Google Timeline reveals triumph of denialism


You can see it with your own eyes - a quick history of global warming news stories.

Google Search is a tremendously powerful tool for online research.   Google engineers devised a way to display search results in a timeline layout.  This is a great way of visualizing a search term across time.  You will see a list of news stories for the time section you choose.  Then you can see your report displayed over days, months or years.

An easy first search is to enter “Global Warming” or “Climate Change” over a year range and see just how far back the story of global warming goes.   I found global warming news stories in 1967, 1968 and 69 and beyond.   The timeline display shows a handful of news stories for each year.  Each with the top news headlines as a hotspot to click for further information.   It was startling to see global warming news stories published 30 and 40 years ago.  And alarming to see a 1988 news story with much the same phrasing as global warming news story today.


This suggests that the news media - mostly newspapers, have been stuck in relative ignorance for decades, or it suggests that advertiser interests and paid professional PR challenges to science has been wildly successful.  It is as if we are stuck in the 1980’s.   Look back and see the same discussions; we have not moved beyond these basic issues.   In your Timeline search be sure to check the dates of these articles and photo images.   A cursory review of these news reports show decades of inaction.  To me this reads like a triumph of professional skeptics and denialism movements.  The manipulated delay has been diabolically successful.   Coal now provides fully half our electrical energy, carbon fuels are widely used, and even the simplest alternative transportation is crippled and marginalized - from trains to bicycles, to electric cars.  We are stuck in the 60’s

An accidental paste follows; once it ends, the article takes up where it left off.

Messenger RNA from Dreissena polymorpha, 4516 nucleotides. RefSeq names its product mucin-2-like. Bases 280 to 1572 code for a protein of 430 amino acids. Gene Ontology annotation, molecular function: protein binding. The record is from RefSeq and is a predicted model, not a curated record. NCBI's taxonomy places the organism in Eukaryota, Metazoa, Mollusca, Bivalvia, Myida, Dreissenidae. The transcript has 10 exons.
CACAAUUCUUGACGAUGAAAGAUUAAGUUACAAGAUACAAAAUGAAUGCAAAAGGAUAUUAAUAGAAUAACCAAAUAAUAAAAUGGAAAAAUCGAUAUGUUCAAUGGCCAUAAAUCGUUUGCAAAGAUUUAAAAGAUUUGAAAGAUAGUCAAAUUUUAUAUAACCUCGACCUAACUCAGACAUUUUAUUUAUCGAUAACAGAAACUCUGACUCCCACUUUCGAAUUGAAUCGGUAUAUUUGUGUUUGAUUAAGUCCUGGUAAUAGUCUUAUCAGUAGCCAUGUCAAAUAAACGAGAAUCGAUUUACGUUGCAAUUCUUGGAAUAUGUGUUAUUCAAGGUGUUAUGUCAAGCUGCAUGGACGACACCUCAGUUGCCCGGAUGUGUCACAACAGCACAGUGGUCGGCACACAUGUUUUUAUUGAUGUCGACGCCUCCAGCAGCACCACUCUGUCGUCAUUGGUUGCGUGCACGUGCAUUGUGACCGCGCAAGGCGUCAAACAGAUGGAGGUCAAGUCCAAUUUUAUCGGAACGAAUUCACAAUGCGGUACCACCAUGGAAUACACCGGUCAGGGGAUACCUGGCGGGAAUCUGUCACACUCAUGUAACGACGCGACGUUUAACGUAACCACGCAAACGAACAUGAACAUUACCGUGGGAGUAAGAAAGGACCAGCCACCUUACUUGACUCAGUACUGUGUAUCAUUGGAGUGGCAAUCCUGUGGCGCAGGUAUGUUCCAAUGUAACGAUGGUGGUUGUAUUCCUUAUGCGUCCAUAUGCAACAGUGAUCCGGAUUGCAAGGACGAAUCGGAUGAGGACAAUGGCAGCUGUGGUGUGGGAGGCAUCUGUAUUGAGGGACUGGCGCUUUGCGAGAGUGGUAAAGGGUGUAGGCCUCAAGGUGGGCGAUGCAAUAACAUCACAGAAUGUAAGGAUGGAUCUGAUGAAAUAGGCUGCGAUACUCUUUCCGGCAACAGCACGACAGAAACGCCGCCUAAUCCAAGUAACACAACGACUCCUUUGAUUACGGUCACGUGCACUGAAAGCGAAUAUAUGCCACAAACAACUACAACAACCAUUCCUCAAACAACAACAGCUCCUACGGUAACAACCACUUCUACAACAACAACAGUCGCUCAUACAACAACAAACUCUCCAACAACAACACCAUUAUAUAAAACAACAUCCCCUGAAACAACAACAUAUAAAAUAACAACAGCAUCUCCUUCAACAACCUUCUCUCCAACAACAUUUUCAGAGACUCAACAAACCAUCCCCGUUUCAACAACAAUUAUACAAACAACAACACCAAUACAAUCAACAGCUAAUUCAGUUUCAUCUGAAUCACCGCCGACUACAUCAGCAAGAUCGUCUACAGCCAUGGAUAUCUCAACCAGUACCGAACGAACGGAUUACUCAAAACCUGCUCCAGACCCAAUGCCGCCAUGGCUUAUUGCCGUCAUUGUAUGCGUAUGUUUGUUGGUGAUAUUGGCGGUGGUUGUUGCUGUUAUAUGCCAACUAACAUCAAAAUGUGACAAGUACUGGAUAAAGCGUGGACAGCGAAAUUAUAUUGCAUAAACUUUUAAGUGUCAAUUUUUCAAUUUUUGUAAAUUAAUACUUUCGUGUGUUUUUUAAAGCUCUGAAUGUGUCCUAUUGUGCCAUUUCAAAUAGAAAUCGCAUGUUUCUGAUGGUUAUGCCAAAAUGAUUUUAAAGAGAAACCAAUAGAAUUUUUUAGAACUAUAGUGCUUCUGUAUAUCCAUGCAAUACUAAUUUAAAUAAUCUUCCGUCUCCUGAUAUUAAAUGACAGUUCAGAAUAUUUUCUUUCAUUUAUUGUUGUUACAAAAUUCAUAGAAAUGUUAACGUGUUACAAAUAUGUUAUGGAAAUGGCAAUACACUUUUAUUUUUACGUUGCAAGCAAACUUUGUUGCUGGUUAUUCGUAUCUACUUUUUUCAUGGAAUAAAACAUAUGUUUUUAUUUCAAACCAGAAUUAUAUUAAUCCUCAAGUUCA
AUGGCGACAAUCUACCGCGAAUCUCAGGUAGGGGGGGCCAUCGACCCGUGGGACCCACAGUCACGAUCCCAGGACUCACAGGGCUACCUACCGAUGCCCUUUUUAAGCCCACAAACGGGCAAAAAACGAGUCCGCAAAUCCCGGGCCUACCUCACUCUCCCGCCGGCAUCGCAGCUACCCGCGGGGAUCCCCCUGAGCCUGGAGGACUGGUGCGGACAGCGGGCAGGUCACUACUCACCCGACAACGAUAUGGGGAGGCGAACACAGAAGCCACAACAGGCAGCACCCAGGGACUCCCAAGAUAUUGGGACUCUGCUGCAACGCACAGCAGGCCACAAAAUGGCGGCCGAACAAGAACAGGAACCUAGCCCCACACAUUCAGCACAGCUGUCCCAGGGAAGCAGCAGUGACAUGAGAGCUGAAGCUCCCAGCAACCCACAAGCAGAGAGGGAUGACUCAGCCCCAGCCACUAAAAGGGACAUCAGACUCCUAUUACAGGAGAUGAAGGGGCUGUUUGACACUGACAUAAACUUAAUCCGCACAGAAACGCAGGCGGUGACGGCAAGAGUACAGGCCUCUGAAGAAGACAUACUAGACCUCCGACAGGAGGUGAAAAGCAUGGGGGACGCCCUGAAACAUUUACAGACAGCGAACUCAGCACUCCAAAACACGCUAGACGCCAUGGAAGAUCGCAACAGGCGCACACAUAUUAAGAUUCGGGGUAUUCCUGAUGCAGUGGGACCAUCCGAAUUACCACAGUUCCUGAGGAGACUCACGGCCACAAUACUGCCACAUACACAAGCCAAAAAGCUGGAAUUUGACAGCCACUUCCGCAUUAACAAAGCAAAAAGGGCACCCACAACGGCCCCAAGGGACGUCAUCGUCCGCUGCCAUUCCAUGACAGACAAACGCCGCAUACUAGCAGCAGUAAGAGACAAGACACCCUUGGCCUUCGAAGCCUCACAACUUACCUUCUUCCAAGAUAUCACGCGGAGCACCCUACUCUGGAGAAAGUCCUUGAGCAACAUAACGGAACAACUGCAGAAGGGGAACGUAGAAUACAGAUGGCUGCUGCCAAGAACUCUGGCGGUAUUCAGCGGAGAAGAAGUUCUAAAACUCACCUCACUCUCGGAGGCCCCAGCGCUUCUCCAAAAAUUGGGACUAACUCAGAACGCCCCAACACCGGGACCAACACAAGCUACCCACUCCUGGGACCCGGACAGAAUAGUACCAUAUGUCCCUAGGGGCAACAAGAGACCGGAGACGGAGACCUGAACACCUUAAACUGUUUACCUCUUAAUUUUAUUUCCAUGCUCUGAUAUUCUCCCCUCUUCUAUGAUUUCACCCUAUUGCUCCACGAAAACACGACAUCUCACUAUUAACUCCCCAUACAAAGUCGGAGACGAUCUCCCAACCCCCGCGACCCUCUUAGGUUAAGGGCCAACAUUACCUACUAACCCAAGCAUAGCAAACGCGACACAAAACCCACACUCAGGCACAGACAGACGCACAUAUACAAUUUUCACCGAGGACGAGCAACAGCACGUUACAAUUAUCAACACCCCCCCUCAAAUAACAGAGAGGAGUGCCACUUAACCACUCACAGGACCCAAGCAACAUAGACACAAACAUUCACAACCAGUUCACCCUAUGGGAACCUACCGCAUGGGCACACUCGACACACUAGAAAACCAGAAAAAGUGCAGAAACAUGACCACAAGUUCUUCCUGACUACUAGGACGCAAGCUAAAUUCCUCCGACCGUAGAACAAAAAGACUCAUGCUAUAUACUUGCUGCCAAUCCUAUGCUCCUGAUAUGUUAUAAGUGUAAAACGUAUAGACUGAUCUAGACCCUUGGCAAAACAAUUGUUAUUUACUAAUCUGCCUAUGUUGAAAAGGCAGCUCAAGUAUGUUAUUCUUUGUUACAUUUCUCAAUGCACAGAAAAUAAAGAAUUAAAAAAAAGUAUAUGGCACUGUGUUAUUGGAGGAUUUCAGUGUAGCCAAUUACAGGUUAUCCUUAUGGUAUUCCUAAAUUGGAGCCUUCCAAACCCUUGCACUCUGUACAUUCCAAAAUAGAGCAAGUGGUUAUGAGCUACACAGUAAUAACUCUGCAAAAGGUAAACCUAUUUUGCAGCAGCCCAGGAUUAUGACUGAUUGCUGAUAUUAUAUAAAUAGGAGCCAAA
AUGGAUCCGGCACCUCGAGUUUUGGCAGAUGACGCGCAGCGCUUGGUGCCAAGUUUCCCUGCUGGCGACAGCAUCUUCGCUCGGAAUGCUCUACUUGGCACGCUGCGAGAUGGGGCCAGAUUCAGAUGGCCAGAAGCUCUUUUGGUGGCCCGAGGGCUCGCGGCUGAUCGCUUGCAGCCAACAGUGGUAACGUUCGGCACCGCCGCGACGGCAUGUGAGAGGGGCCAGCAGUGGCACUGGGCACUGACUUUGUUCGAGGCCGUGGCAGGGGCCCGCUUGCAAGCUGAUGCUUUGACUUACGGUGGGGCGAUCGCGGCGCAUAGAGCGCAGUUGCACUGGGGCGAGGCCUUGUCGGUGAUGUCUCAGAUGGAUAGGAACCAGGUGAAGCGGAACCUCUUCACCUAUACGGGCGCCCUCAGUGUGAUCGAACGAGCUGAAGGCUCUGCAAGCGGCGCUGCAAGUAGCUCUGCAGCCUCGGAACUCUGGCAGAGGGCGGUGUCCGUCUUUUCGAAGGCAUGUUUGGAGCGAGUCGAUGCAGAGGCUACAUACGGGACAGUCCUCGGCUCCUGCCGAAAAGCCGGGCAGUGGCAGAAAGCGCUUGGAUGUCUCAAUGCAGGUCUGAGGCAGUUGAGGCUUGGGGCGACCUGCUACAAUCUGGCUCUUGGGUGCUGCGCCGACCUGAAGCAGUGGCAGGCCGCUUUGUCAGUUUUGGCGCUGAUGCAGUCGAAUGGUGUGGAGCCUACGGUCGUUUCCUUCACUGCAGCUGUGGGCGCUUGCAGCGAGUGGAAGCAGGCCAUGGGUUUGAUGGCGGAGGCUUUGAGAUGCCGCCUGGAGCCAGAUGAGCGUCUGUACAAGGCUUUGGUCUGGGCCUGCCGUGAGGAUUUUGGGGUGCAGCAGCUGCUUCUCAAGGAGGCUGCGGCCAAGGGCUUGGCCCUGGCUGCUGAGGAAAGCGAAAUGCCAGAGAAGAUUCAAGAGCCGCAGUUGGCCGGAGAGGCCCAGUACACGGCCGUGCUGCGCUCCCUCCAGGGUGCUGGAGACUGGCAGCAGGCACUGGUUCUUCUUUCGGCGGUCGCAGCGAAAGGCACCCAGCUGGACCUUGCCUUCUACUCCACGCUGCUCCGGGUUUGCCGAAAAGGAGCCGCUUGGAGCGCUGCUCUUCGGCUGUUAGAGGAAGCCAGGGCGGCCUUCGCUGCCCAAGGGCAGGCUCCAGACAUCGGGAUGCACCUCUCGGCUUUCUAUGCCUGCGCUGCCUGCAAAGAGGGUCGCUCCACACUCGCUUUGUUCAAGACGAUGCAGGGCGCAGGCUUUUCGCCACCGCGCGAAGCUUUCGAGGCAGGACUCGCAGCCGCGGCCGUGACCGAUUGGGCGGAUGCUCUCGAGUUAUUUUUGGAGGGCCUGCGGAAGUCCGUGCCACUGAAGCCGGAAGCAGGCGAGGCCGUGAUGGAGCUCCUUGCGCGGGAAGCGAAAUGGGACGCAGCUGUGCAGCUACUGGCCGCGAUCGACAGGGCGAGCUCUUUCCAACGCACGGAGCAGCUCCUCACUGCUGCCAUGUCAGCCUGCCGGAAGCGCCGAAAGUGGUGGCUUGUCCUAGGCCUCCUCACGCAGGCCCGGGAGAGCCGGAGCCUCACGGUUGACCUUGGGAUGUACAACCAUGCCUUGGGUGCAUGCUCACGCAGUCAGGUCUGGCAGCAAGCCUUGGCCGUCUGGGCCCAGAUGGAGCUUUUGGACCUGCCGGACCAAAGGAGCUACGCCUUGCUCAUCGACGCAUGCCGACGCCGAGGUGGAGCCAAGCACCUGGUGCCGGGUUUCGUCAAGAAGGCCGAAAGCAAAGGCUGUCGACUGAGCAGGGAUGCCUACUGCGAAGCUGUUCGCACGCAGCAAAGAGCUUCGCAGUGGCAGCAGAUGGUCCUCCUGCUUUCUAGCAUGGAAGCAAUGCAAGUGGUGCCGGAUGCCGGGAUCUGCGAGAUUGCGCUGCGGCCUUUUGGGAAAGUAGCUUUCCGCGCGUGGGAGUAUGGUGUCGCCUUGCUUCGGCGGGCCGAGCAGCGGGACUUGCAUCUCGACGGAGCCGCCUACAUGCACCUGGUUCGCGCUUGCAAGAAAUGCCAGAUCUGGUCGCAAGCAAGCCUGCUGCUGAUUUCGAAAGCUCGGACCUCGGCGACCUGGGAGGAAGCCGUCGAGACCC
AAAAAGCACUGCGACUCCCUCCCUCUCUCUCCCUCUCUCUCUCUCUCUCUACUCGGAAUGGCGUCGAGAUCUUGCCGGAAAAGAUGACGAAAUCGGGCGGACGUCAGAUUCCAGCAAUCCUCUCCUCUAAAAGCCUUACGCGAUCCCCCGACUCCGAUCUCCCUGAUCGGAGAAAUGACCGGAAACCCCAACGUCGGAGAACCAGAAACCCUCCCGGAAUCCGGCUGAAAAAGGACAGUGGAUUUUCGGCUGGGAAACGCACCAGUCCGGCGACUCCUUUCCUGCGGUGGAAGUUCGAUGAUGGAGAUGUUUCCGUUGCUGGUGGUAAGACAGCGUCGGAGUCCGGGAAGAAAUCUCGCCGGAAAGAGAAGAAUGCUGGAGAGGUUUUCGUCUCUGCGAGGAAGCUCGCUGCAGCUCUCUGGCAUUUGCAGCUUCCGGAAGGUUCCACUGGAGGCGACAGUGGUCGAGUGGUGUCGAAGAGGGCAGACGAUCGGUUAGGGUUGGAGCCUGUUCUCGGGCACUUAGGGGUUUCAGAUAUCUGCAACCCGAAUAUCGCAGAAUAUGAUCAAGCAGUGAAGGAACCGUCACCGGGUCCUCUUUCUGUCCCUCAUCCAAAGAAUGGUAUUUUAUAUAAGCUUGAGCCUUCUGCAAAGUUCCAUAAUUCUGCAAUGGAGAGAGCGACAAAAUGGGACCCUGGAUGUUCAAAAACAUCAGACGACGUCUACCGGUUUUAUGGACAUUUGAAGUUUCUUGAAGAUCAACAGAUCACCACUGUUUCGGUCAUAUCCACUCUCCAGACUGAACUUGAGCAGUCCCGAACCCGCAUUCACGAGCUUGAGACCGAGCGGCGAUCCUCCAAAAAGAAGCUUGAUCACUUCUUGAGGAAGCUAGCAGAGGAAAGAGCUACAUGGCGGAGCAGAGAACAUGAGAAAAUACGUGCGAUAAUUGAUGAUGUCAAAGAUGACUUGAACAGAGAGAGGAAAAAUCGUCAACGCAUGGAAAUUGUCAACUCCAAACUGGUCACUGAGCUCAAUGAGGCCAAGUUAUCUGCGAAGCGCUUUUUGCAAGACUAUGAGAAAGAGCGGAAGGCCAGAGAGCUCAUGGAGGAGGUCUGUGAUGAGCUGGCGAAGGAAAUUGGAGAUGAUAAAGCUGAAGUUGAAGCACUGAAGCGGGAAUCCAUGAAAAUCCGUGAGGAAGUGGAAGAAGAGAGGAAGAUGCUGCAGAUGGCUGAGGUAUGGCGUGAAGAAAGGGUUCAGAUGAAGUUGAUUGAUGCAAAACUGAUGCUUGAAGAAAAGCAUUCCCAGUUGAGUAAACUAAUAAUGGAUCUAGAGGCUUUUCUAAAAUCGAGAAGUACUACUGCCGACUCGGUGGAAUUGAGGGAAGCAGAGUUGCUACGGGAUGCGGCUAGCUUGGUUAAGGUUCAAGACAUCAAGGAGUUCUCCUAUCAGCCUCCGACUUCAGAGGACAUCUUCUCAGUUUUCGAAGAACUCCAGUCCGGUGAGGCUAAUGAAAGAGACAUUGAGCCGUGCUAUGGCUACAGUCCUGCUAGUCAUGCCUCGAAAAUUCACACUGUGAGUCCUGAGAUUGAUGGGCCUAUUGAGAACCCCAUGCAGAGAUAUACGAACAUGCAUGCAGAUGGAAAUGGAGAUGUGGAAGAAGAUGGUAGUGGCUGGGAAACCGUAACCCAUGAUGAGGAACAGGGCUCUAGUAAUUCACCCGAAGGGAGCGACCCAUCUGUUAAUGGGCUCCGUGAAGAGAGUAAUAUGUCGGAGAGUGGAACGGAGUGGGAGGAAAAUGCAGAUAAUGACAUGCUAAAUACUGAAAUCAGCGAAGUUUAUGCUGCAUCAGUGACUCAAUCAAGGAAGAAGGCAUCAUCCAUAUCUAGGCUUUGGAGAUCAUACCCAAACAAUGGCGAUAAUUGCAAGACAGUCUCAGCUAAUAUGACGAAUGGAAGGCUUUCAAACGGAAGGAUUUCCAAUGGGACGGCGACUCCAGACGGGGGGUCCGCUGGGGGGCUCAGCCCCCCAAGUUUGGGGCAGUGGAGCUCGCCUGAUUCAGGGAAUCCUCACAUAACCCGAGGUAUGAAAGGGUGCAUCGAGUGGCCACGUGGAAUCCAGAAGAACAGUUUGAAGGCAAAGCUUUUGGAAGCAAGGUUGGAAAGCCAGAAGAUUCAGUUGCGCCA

One article from 1977. Jul 25, Washington Post

Burning of coal could alter climate
by Margot Hornblower Washington Post
If industrial nations continue to burn oil and coal for energy, the world’s average temprerature could increase more than six degrees centigrat (11 degrees Fahrenheit) in the next 200 years, the National Academy of Sciences warns…

It is difficult to know whether this news flurry triggered a PR campaign by the coal industry consortium.

News story from 1979

21st century disasters predicted by scientist

NEW YORK (UPI) Dust bowls over large areas of North America, Asia and Africa and a rapid rise in th global sea level are possible early in 21st century, a scientist warned Monday

And from April 4 1980
Scientist warns of serious threat from carbon dioxide pollution

WASHINGTON, The concentration of polluting carbon dioxide the atmosphere “poses a serious threat to climatic, economic and political stability over the next 50 years” a scientinst told a congressional panel Thursday…


Article from the Seattle Post Intelligencer:

By Debera Carlton P-I Reporter
TUESDAY, October 28, 1986

In 50 years, Seattleites may not have to travel to Southern California for warm, sunny weather.